The repaired, stripped screw hole in a cuckoo clock case

Repairing a Clock Case’s Stripped Wood Screw Hole

I’m repairing a cuckoo clock that has a commonly-seen problem: one of the screws mounting the movement to the case has stripped its hole. Normally, I’d try filling the hole with a wood filler, but this time I tried something different: “Bushing” the hole with a plug of new wood.

In digging around for clock case repair advice, I found a wonderful site, Extreme Restoration, which covers several clock case restoration methods. Its page on repairing stripped wood screw holes in clock cases inspired me to try using a wood plug to patch the stripped hole, because that site’s author has found wood plugs to be an excellent long-term repair.

The idea is similar to how to fix worn pivot holes in a clock movement: drill a hole larger than the worn hole, then plug the hole with new material. For pivot holes, the material is brass; for worn clock case holes, the material is new wood. The first photo below shows a test plug in a block of waste wood, before I sanded the plug down. The second photo below shows the same plug after sanding it flush with the test wood block.

Testing a wood plug, before sanding
Testing a wood plug, before sanding
The test wood plug after I sanded it flush
The test wood plug after I sanded it flush

As you can see, the sanded plug matches the wood well. If I had aligned the grain in the plug with the grain of the wood block, it would match even better. And, of course, the new wood is far stronger than filling the old hole with toothpicks or wood filler.

I cut the test plug with a 3/8″ Plug Cutter and used it to cut a few replacement plugs (even though I planned to use only one plug). In retrospect, I also should have bought a 3/8″ Forstner bit, because such a bit drills a flat-bottomed hole.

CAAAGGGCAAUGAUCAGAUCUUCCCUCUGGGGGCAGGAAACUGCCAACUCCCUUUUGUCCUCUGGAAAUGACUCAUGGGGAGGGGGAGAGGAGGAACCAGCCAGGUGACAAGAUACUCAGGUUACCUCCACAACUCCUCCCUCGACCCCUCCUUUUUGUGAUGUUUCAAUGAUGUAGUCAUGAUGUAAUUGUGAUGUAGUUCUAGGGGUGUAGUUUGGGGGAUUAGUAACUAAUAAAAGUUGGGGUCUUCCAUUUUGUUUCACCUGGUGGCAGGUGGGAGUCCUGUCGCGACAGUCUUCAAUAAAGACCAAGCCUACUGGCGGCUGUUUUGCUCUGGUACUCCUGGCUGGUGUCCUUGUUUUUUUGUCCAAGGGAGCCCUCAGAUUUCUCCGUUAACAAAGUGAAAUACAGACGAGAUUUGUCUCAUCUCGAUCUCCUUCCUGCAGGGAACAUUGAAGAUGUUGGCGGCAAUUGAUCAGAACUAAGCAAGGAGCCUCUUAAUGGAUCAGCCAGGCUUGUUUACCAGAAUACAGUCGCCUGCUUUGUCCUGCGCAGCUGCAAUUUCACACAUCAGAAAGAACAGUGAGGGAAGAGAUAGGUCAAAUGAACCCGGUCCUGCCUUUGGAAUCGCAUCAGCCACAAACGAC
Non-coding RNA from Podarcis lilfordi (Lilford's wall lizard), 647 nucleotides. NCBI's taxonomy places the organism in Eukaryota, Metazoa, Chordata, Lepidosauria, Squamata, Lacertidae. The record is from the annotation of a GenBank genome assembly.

Cutting a few wood plugs
Cutting a few wood plugs

Instead of a Forstner bit, I – inappropriately as it turned out – used a stock drill bit, which cuts a tapered-bottom hole. That hole would cause some damage later, but for now things looked fine.

Drilling out the stripped hole in the case
Drilling out the stripped hole in the case
The drilled out hole, ready for the plug
The drilled out hole, ready for the plug

I cleaned up the drilled hole a little, then glued in the replacement plug. That plug was a little taller than the surrounding wood.

The plug, glued into the drilled-out hole
The plug, glued into the drilled-out hole

I then made another mistake: thinking that the ridge of the clock support had to be flat, I chiseled off the side of the plug to make it even with the surrounding wood.

Chiseling off the side of the plug - a bad idea
Chiseling off the side of the plug – a bad idea

It turned out I didn’t have to do that chiseling. The clock movement didn’t bend down into the case as I remembered; instead it sits above the supporting wood.

Now the damage became apparent (see the photo below): the tapered bottom of the hole – made because I hadn’t used a Forstner bit to cut the hole – left a gap below the plug. When I chiseled at the plug, the bottom of the plug broke down into the hole a little. Luckily for this clock, the plug was deep enough that even with the damage there was enough wood to hold the screw securely. I might not have been so lucky on another clock.

The damaged side of the plug, caused by not using a Forstner bit
The damaged side of the plug, caused by not using a Forstner bit

I next sanded the top and side of the glued plug to make it flush with the surrounding wood. Again, I later realized that I hadn’t needed to chisel the plug’s side; it would have been fine to leave the plug round.

The sanded-flat plug
The sanded-flat plug

Next came the easy part: drilling a pilot hole for the screw, to make sure the screw didn’t crack the new wood. I selected a drill bit that was nearly the same diameter as the body of the screw, but not as large as the screw’s threads.

Comparing the drill bit diameter to the screw diameter
Comparing the drill bit diameter to the screw diameter

I then mounted the clock movement in the case using the three good screw holes, then hand drilled the fourth hole using the movement’s hole as a guide.

Drilling the pilot hole
Drilling the pilot hole

I’m very happy with the result. The original screw hole had probably been stripped when the clock fell off the wall (as many cuckoo clocks do). Now the damage is repaired for years to come, and I have a technique I can use on more expensive clock cases.

The repaired, stripped screw hole in a cuckoo clock case
The repaired, stripped screw hole in a cuckoo clock case

Comments? Join the Twitter conversation about this post – thanks!